Santa Clara, Calif. • Shorthanded themselves last week without the services of an injured Eric Mika, the BYU Cougars faced another team that was not at full strength on Saturday night.
Santa Clara did not play two starters, guard Evan Roquemore and forward John McArthur, due to “failure to uphold academic responsibilities.”
Roquemore is averaging 11.6 points and 3.5 assists per game, while McArthur is averaging 3.9 points and 3.8 rebounds per game.
McArthur was on the bench, but not dressed, while Roquemore was not at the game “due to a violation of team rules,” according to Santa Clara’s pre-game news release.
BYU’s Tyler Haws, the leading scorer in the West Coast Conference, sat out most of the first half, but not for anything he did off the court.
Haws picked up two quick fouls in the first minute of the game, before either team had scored, and headed to the bench.
The Cougars stayed in the Bay Area after defeating San Francisco 83-76 on Thursday night, but switched hotels and moved closer to Santa Clara’s campus.
However, BYU was able to practice at the Golden State Warriors’ practice facility in downtown Oakland, so they took a bus ride across the Bay Bridge on Friday morning.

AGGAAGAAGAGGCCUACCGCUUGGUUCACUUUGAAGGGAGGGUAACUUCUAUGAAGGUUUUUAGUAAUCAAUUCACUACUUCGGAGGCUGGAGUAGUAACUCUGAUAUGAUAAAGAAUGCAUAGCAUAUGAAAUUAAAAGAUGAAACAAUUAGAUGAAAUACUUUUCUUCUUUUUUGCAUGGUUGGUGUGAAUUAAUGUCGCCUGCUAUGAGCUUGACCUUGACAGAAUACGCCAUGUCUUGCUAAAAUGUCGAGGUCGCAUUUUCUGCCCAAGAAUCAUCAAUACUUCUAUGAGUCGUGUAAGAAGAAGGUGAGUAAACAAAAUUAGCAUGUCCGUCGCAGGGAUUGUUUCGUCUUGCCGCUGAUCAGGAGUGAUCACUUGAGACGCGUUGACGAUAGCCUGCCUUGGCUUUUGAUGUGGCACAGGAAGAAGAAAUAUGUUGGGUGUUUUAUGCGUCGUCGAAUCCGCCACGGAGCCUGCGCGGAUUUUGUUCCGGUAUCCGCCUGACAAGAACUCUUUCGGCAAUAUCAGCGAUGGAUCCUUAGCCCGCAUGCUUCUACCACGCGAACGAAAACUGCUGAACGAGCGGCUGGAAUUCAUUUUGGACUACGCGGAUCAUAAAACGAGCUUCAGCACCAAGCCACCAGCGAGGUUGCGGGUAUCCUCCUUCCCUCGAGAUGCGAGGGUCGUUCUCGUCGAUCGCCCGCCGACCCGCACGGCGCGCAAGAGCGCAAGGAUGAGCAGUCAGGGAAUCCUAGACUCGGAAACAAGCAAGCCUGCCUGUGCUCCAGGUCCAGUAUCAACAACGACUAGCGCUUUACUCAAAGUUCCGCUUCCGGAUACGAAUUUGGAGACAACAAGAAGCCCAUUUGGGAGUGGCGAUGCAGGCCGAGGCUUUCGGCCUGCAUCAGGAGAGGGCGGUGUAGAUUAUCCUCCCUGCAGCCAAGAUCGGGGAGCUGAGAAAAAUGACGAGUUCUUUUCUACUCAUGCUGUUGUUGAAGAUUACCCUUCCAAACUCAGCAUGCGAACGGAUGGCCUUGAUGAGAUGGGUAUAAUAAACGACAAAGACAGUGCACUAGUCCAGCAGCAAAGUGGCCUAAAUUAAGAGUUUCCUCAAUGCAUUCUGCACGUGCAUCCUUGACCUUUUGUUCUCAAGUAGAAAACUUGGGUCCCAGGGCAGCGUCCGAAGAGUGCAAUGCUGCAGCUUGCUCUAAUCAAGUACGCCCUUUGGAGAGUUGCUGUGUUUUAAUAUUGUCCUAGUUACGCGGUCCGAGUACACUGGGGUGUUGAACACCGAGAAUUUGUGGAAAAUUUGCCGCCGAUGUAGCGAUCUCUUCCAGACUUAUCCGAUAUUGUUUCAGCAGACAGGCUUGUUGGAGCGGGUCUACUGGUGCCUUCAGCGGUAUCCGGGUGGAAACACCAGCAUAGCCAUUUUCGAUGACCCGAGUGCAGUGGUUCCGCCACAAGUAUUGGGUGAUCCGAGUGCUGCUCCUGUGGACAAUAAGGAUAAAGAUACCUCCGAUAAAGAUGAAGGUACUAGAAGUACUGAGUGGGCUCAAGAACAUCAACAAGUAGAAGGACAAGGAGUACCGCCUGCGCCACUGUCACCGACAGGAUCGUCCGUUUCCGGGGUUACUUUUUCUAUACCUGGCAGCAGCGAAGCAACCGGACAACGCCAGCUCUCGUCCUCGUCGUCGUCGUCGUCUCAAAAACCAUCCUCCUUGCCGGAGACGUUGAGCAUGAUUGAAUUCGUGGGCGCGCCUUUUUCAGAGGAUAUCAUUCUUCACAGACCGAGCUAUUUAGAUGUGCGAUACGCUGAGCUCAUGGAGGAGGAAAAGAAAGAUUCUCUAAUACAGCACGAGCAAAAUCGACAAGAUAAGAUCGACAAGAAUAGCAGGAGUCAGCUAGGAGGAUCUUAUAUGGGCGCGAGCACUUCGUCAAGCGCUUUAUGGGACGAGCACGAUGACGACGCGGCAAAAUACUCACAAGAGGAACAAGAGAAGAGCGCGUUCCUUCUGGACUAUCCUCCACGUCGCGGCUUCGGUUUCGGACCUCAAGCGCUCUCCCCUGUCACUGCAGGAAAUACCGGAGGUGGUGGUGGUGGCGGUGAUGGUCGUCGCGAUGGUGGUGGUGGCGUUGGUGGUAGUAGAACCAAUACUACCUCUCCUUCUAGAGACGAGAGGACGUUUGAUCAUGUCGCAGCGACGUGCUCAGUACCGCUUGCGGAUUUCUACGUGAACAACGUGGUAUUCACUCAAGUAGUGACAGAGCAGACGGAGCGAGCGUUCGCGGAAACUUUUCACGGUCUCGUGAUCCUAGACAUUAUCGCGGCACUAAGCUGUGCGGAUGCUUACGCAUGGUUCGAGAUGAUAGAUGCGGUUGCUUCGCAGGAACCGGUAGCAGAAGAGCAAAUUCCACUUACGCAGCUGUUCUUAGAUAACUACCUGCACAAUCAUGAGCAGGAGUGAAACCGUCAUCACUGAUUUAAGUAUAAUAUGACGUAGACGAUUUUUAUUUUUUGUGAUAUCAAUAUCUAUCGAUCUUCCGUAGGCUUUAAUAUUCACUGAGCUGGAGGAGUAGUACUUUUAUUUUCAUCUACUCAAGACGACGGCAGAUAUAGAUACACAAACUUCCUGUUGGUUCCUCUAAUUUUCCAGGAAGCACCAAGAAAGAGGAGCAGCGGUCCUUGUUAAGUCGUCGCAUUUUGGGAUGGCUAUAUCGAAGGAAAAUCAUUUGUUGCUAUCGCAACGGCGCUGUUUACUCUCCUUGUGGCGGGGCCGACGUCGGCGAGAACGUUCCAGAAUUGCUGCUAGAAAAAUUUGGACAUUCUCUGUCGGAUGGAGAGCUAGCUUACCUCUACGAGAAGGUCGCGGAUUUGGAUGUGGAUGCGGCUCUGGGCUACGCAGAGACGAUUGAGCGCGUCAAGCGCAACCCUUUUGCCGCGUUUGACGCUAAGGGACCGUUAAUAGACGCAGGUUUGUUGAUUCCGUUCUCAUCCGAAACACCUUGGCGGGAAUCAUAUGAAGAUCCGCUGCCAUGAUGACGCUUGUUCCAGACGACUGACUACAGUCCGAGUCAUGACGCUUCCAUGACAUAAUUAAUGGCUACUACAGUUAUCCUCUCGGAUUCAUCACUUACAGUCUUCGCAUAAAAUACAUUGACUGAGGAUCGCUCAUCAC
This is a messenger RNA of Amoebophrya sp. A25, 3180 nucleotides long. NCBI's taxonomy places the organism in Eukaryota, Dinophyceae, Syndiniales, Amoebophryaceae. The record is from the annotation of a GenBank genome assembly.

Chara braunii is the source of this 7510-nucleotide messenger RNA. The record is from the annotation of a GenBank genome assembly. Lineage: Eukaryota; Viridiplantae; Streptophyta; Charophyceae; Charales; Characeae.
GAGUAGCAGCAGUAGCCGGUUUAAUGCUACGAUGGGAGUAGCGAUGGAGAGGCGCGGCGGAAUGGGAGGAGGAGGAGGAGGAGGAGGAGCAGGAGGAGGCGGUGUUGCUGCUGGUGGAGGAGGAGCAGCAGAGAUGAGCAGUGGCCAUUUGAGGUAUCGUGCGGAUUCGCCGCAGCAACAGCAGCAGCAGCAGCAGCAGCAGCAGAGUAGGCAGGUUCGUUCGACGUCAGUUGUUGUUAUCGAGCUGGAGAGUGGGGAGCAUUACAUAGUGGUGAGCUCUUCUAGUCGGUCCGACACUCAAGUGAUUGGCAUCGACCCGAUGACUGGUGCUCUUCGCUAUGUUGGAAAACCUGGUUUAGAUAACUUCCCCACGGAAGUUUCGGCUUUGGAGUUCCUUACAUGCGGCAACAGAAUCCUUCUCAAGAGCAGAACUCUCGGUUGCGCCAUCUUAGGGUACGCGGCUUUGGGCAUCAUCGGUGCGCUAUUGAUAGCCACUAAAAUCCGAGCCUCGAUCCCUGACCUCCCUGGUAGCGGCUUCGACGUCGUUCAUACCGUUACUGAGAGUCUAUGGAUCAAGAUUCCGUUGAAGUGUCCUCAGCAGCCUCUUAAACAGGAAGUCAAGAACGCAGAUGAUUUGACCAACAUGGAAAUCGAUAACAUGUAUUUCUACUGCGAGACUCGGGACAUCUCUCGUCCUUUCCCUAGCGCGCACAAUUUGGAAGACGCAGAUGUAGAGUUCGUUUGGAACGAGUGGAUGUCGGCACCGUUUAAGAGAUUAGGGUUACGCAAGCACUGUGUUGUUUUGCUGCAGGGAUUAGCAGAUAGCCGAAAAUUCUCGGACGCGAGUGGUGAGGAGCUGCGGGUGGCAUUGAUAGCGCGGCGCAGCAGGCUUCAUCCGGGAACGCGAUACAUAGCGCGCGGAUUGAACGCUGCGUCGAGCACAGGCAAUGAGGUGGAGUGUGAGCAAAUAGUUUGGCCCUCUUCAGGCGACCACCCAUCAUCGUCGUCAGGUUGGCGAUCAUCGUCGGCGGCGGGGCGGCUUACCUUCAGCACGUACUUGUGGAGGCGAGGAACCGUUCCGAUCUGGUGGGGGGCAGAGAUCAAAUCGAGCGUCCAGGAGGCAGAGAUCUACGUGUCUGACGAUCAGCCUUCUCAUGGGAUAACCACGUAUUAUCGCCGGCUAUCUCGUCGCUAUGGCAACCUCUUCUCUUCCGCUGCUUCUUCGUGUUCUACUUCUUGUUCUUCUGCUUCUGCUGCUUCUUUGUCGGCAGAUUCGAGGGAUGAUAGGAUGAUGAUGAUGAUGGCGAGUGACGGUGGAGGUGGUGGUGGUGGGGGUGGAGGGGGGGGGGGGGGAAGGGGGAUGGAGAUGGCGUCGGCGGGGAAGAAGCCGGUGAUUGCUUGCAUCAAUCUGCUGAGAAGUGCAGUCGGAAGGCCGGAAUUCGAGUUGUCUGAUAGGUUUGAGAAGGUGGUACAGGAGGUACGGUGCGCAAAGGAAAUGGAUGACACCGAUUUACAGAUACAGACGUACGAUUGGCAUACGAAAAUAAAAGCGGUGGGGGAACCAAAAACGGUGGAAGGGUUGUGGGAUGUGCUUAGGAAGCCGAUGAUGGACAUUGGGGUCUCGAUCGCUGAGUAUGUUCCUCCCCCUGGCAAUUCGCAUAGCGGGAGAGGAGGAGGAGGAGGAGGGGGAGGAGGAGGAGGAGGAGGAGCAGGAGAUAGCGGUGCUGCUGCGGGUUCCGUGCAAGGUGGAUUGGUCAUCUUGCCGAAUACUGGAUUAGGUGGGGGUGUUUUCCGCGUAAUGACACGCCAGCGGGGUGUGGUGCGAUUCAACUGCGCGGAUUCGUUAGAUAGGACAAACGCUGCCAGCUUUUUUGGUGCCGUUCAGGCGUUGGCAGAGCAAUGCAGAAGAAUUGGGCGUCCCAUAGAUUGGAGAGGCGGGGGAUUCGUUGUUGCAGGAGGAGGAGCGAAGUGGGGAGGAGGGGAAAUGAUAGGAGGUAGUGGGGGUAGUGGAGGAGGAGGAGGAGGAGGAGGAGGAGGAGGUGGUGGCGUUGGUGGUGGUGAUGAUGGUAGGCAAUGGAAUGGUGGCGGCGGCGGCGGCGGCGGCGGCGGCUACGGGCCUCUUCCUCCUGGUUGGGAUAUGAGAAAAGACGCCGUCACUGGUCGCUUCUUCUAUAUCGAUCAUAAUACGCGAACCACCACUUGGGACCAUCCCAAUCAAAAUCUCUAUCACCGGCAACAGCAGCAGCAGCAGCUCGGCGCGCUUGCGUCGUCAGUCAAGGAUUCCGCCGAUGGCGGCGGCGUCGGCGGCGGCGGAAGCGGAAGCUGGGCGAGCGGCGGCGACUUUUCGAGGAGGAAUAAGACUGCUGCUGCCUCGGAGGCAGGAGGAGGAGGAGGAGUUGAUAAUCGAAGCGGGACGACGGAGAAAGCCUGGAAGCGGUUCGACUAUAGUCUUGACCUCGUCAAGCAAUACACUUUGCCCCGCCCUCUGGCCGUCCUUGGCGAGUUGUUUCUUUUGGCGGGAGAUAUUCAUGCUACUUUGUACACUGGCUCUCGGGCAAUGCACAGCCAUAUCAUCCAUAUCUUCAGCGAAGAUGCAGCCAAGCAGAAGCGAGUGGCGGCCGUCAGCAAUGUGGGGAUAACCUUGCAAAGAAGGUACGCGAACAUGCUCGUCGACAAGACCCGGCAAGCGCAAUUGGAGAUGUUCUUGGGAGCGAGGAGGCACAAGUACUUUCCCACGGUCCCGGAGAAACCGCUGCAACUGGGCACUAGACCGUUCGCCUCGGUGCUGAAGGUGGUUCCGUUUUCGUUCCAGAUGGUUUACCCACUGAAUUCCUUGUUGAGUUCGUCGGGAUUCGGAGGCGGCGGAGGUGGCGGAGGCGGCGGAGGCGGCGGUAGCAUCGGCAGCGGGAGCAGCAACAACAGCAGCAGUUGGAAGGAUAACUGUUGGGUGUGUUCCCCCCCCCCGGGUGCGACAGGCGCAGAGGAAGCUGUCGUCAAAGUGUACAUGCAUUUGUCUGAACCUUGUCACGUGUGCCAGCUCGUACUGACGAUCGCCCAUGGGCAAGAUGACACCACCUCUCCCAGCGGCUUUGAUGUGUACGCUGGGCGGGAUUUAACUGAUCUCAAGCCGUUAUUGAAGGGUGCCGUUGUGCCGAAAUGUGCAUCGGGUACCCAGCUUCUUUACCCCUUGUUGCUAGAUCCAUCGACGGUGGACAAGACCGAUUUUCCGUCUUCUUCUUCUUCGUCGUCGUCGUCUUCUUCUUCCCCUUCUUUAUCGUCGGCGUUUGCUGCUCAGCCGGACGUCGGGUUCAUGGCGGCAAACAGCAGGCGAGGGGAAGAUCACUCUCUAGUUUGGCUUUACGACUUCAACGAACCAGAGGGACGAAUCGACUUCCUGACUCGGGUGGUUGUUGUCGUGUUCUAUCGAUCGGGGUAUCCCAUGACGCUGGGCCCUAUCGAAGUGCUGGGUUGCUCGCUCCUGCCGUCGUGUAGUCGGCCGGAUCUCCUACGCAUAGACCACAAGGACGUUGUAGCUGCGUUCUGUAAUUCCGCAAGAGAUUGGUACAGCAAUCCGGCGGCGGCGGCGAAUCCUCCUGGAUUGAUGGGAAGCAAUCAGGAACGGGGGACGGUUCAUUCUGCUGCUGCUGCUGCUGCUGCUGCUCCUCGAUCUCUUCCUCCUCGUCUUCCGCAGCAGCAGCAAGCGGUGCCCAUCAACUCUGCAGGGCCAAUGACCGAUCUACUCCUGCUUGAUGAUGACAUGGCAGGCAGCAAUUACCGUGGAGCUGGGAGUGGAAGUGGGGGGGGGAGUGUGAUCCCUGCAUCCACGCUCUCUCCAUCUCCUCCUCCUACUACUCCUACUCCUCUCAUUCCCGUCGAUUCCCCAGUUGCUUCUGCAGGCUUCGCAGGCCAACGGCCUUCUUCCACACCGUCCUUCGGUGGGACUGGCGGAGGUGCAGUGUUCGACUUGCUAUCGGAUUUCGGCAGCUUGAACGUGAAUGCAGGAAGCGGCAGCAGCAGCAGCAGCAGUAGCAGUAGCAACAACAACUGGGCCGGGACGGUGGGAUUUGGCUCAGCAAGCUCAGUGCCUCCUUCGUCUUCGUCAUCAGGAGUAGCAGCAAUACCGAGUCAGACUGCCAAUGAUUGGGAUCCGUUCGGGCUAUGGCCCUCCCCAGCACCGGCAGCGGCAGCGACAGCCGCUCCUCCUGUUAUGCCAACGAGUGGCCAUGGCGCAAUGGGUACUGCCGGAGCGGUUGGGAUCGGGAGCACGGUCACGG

The building was available because Golden State played at Oklahoma City on Friday night, giving up a career-high 54 points to Kevin Durant in the 127-121 loss.
With classes not yet in session at Santa Clara, the crowd at the Leavey Center was seemingly split evenly between BYU and Santa Clara fans.
That’s usually the case when BYU visits SCU, due to a large population of LDS Church members in the Bay Area.
The Broncos were averaging just 1,076 fans through their first 10 games, lowest in the WCC.
Saturday’s game featured the league’s two top scorers — BYU’s Haws (21.5 ppg.) and SCU’s Brandon Clark (20.7 ppg.). … BYU’s Matt Carlino made a 3-point play with seven minutes remaining in the first half, giving him exactly 1,000 career points. He is the 46th player in BYU history to score more than 1,000. … Haws entered the game with an 88.8 career percentage from the free-throw line, the best in school history.